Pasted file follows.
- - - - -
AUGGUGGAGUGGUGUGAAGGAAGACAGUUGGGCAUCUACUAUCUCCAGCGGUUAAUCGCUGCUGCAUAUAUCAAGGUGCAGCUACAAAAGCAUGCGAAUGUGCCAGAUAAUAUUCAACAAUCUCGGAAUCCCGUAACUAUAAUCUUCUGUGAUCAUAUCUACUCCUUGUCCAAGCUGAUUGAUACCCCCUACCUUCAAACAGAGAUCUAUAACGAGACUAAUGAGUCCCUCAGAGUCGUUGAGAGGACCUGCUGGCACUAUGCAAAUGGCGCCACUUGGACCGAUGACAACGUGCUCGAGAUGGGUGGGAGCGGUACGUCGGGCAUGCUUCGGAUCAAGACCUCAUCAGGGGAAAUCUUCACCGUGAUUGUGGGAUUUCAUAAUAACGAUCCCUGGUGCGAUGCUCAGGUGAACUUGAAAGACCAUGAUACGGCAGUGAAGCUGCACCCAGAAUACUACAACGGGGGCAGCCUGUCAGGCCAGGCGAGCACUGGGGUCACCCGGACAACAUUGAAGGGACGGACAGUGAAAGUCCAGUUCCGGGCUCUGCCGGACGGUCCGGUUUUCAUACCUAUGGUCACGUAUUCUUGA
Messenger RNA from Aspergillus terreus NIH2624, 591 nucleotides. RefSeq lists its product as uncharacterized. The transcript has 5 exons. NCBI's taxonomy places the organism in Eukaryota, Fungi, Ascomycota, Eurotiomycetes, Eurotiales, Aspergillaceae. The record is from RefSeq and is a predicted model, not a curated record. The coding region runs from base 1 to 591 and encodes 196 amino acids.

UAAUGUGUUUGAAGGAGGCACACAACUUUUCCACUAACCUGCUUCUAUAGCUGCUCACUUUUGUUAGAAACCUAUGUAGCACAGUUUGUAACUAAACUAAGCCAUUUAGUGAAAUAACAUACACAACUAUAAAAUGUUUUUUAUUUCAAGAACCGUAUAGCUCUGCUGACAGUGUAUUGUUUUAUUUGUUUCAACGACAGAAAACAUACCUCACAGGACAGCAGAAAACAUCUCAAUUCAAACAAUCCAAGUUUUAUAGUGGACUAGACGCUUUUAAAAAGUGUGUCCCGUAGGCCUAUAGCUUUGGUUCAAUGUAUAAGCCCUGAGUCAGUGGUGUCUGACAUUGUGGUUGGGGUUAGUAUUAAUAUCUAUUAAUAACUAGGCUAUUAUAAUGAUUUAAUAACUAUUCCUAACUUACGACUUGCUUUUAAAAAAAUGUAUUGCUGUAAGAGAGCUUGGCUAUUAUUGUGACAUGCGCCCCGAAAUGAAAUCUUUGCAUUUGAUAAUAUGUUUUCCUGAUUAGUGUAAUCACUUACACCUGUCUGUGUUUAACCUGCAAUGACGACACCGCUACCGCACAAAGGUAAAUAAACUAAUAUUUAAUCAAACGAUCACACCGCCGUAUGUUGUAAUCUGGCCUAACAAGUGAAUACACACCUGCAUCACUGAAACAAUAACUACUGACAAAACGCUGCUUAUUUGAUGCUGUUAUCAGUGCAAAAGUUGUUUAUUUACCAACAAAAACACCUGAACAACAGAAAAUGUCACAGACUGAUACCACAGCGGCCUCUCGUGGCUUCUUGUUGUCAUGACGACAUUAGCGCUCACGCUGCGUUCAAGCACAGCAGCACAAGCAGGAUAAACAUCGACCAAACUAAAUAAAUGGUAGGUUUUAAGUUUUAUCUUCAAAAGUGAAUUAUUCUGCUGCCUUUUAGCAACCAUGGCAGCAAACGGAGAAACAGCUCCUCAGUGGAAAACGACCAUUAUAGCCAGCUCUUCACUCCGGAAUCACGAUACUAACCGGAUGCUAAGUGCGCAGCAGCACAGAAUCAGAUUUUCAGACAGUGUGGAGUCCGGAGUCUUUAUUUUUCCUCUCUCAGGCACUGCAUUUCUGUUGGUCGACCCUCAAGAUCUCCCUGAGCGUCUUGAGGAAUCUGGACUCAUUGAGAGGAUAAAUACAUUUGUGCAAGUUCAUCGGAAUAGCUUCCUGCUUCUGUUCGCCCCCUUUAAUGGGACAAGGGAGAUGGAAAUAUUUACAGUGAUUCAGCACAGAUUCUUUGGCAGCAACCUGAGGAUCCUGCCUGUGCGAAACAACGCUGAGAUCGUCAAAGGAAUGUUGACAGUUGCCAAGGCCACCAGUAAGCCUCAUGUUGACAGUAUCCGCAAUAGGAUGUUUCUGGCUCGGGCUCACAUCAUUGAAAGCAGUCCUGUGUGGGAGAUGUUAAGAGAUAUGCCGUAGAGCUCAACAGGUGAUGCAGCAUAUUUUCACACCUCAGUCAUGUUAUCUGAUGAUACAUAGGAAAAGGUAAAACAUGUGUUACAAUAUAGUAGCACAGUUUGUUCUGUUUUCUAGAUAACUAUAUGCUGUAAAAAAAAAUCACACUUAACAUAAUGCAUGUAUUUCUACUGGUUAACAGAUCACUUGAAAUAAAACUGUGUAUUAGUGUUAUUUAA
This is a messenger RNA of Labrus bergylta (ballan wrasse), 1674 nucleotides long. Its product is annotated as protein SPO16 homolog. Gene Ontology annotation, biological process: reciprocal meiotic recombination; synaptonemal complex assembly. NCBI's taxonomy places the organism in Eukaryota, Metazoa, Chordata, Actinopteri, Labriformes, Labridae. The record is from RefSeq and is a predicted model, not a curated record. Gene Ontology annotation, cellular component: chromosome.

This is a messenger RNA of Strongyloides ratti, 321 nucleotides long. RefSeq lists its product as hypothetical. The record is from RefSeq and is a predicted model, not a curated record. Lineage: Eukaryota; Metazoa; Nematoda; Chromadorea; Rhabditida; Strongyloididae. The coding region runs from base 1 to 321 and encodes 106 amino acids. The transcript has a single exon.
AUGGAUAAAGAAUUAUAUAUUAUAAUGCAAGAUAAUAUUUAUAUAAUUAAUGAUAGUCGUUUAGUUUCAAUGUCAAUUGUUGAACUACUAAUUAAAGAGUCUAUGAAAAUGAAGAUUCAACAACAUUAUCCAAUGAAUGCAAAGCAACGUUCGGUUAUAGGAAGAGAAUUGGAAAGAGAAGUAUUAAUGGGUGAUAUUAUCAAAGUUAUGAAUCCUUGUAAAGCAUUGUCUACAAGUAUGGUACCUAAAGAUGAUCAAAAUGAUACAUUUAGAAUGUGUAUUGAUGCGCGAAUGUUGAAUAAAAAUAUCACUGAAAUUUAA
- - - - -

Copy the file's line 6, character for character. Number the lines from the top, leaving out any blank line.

AUGGAUAAAGAAUUAUAUAUUAUAAUGCAAGAUAAUAUUUAUAUAAUUAAUGAUAGUCGUUUAGUUUCAAUGUCAAUUGUUGAACUACUAAUUAAAGAGUCUAUGAAAAUGAAGAUUCAACAACAUUAUCCAAUGAAUGCAAAGCAACGUUCGGUUAUAGGAAGAGAAUUGGAAAGAGAAGUAUUAAUGGGUGAUAUUAUCAAAGUUAUGAAUCCUUGUAAAGCAUUGUCUACAAGUAUGGUACCUAAAGAUGAUCAAAAUGAUACAUUUAGAAUGUGUAUUGAUGCGCGAAUGUUGAAUAAAAAUAUCACUGAAAUUUAA